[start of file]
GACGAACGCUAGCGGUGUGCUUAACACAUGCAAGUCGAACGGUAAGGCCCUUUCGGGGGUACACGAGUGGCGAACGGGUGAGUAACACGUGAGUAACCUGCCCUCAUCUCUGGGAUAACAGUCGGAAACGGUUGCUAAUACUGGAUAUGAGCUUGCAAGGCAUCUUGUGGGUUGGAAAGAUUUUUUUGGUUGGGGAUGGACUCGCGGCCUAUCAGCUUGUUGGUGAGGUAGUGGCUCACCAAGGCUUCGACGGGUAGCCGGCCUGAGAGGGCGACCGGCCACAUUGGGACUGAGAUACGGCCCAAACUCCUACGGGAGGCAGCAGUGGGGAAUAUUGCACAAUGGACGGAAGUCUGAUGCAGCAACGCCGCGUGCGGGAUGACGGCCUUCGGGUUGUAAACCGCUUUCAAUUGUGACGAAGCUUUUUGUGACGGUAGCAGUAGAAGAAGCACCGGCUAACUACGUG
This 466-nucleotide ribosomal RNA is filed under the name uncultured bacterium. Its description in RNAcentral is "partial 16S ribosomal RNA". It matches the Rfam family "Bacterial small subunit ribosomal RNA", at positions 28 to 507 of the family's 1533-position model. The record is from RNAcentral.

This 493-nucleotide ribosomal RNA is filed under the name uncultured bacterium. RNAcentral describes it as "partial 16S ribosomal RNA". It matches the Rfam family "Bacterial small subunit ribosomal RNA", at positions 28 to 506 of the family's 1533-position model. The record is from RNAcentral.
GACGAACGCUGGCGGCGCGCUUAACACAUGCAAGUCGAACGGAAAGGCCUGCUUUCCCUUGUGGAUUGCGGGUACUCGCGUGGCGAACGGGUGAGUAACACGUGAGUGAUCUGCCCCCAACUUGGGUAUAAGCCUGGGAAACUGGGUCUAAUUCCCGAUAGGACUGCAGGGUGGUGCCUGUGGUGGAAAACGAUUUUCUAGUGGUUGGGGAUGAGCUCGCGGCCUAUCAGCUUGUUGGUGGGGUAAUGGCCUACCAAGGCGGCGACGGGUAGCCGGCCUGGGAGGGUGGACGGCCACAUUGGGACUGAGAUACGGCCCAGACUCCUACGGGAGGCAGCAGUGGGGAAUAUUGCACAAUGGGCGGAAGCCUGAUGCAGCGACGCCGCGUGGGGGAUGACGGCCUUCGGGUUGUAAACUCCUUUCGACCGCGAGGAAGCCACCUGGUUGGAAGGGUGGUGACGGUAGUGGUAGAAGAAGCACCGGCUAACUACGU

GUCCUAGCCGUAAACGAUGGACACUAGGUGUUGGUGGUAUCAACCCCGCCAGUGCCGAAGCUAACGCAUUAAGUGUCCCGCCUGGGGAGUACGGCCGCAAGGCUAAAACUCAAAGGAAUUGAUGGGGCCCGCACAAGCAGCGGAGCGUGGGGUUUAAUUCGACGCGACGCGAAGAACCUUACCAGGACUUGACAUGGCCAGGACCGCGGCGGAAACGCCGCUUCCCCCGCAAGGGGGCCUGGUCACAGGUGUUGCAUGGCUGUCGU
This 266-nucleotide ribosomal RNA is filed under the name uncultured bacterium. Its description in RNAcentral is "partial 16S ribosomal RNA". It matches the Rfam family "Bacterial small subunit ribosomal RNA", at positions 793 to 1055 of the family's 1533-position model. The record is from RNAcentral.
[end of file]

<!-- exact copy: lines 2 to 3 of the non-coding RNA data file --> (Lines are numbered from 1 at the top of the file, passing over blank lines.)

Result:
This 466-nucleotide ribosomal RNA is filed under the name uncultured bacterium. Its description in RNAcentral is "partial 16S ribosomal RNA". It matches the Rfam family "Bacterial small subunit ribosomal RNA", at positions 28 to 507 of the family's 1533-position model. The record is from RNAcentral.

This 493-nucleotide ribosomal RNA is filed under the name uncultured bacterium. RNAcentral describes it as "partial 16S ribosomal RNA". It matches the Rfam family "Bacterial small subunit ribosomal RNA", at positions 28 to 506 of the family's 1533-position model. The record is from RNAcentral.